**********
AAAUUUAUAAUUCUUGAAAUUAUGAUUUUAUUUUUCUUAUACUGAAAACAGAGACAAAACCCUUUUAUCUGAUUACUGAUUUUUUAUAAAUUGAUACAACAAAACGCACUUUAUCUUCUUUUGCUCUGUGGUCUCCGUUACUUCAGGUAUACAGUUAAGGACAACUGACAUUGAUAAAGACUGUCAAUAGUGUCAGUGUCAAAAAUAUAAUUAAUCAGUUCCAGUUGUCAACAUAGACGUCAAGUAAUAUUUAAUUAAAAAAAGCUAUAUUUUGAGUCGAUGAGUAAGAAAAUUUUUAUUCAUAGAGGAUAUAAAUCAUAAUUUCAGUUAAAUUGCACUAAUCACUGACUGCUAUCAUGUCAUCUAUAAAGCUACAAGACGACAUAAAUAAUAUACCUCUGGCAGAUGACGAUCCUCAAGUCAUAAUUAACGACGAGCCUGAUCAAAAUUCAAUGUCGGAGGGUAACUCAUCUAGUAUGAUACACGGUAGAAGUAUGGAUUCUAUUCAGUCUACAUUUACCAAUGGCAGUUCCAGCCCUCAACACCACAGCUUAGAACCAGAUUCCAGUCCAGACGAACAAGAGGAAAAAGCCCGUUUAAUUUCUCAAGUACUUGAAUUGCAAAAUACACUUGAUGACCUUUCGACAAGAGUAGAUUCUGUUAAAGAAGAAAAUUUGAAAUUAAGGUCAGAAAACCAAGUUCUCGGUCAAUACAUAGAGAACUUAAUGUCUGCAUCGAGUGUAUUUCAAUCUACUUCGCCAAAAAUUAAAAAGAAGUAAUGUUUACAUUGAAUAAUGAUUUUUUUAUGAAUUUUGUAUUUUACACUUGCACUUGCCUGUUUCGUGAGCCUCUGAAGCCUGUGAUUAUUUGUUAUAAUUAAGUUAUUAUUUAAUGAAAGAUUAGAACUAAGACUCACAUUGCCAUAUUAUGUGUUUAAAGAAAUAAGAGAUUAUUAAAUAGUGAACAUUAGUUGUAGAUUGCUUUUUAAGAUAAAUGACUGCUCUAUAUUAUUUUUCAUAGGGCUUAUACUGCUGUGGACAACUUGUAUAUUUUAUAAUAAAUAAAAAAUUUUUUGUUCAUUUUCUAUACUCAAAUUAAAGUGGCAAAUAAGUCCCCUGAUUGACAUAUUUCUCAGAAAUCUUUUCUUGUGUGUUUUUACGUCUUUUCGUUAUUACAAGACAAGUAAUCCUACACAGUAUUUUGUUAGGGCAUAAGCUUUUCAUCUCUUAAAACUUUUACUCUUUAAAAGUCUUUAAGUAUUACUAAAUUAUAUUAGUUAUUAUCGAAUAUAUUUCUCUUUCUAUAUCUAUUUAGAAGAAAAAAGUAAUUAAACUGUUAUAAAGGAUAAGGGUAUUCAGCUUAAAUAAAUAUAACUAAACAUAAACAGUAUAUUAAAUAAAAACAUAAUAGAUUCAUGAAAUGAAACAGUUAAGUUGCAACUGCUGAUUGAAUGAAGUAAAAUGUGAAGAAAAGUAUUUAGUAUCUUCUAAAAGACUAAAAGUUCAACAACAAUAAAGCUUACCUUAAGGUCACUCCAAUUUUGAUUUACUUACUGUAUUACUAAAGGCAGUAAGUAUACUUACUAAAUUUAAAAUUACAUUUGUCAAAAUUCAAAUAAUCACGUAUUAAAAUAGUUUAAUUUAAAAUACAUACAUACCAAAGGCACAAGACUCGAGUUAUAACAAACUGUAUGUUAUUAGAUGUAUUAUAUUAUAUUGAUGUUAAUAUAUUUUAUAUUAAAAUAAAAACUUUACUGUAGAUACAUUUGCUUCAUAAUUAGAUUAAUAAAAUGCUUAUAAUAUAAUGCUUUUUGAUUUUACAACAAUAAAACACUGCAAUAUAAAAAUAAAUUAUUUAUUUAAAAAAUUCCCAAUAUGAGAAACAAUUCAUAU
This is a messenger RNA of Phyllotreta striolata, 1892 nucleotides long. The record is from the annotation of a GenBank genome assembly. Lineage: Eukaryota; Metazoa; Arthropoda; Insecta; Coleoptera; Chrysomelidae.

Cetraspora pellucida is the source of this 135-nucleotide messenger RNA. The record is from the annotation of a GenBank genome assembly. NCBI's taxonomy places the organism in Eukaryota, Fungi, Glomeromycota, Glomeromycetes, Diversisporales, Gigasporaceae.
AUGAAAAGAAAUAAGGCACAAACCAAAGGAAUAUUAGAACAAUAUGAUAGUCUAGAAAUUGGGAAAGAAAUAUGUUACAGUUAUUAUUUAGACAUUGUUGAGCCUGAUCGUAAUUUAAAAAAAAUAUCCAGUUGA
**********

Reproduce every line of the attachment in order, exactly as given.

AAAUUUAUAAUUCUUGAAAUUAUGAUUUUAUUUUUCUUAUACUGAAAACAGAGACAAAACCCUUUUAUCUGAUUACUGAUUUUUUAUAAAUUGAUACAACAAAACGCACUUUAUCUUCUUUUGCUCUGUGGUCUCCGUUACUUCAGGUAUACAGUUAAGGACAACUGACAUUGAUAAAGACUGUCAAUAGUGUCAGUGUCAAAAAUAUAAUUAAUCAGUUCCAGUUGUCAACAUAGACGUCAAGUAAUAUUUAAUUAAAAAAAGCUAUAUUUUGAGUCGAUGAGUAAGAAAAUUUUUAUUCAUAGAGGAUAUAAAUCAUAAUUUCAGUUAAAUUGCACUAAUCACUGACUGCUAUCAUGUCAUCUAUAAAGCUACAAGACGACAUAAAUAAUAUACCUCUGGCAGAUGACGAUCCUCAAGUCAUAAUUAACGACGAGCCUGAUCAAAAUUCAAUGUCGGAGGGUAACUCAUCUAGUAUGAUACACGGUAGAAGUAUGGAUUCUAUUCAGUCUACAUUUACCAAUGGCAGUUCCAGCCCUCAACACCACAGCUUAGAACCAGAUUCCAGUCCAGACGAACAAGAGGAAAAAGCCCGUUUAAUUUCUCAAGUACUUGAAUUGCAAAAUACACUUGAUGACCUUUCGACAAGAGUAGAUUCUGUUAAAGAAGAAAAUUUGAAAUUAAGGUCAGAAAACCAAGUUCUCGGUCAAUACAUAGAGAACUUAAUGUCUGCAUCGAGUGUAUUUCAAUCUACUUCGCCAAAAAUUAAAAAGAAGUAAUGUUUACAUUGAAUAAUGAUUUUUUUAUGAAUUUUGUAUUUUACACUUGCACUUGCCUGUUUCGUGAGCCUCUGAAGCCUGUGAUUAUUUGUUAUAAUUAAGUUAUUAUUUAAUGAAAGAUUAGAACUAAGACUCACAUUGCCAUAUUAUGUGUUUAAAGAAAUAAGAGAUUAUUAAAUAGUGAACAUUAGUUGUAGAUUGCUUUUUAAGAUAAAUGACUGCUCUAUAUUAUUUUUCAUAGGGCUUAUACUGCUGUGGACAACUUGUAUAUUUUAUAAUAAAUAAAAAAUUUUUUGUUCAUUUUCUAUACUCAAAUUAAAGUGGCAAAUAAGUCCCCUGAUUGACAUAUUUCUCAGAAAUCUUUUCUUGUGUGUUUUUACGUCUUUUCGUUAUUACAAGACAAGUAAUCCUACACAGUAUUUUGUUAGGGCAUAAGCUUUUCAUCUCUUAAAACUUUUACUCUUUAAAAGUCUUUAAGUAUUACUAAAUUAUAUUAGUUAUUAUCGAAUAUAUUUCUCUUUCUAUAUCUAUUUAGAAGAAAAAAGUAAUUAAACUGUUAUAAAGGAUAAGGGUAUUCAGCUUAAAUAAAUAUAACUAAACAUAAACAGUAUAUUAAAUAAAAACAUAAUAGAUUCAUGAAAUGAAACAGUUAAGUUGCAACUGCUGAUUGAAUGAAGUAAAAUGUGAAGAAAAGUAUUUAGUAUCUUCUAAAAGACUAAAAGUUCAACAACAAUAAAGCUUACCUUAAGGUCACUCCAAUUUUGAUUUACUUACUGUAUUACUAAAGGCAGUAAGUAUACUUACUAAAUUUAAAAUUACAUUUGUCAAAAUUCAAAUAAUCACGUAUUAAAAUAGUUUAAUUUAAAAUACAUACAUACCAAAGGCACAAGACUCGAGUUAUAACAAACUGUAUGUUAUUAGAUGUAUUAUAUUAUAUUGAUGUUAAUAUAUUUUAUAUUAAAAUAAAAACUUUACUGUAGAUACAUUUGCUUCAUAAUUAGAUUAAUAAAAUGCUUAUAAUAUAAUGCUUUUUGAUUUUACAACAAUAAAACACUGCAAUAUAAAAAUAAAUUAUUUAUUUAAAAAAUUCCCAAUAUGAGAAACAAUUCAUAU
This is a messenger RNA of Phyllotreta striolata, 1892 nucleotides long. The record is from the annotation of a GenBank genome assembly. Lineage: Eukaryota; Metazoa; Arthropoda; Insecta; Coleoptera; Chrysomelidae.

Cetraspora pellucida is the source of this 135-nucleotide messenger RNA. The record is from the annotation of a GenBank genome assembly. NCBI's taxonomy places the organism in Eukaryota, Fungi, Glomeromycota, Glomeromycetes, Diversisporales, Gigasporaceae.
AUGAAAAGAAAUAAGGCACAAACCAAAGGAAUAUUAGAACAAUAUGAUAGUCUAGAAAUUGGGAAAGAAAUAUGUUACAGUUAUUAUUUAGACAUUGUUGAGCCUGAUCGUAAUUUAAAAAAAAUAUCCAGUUGA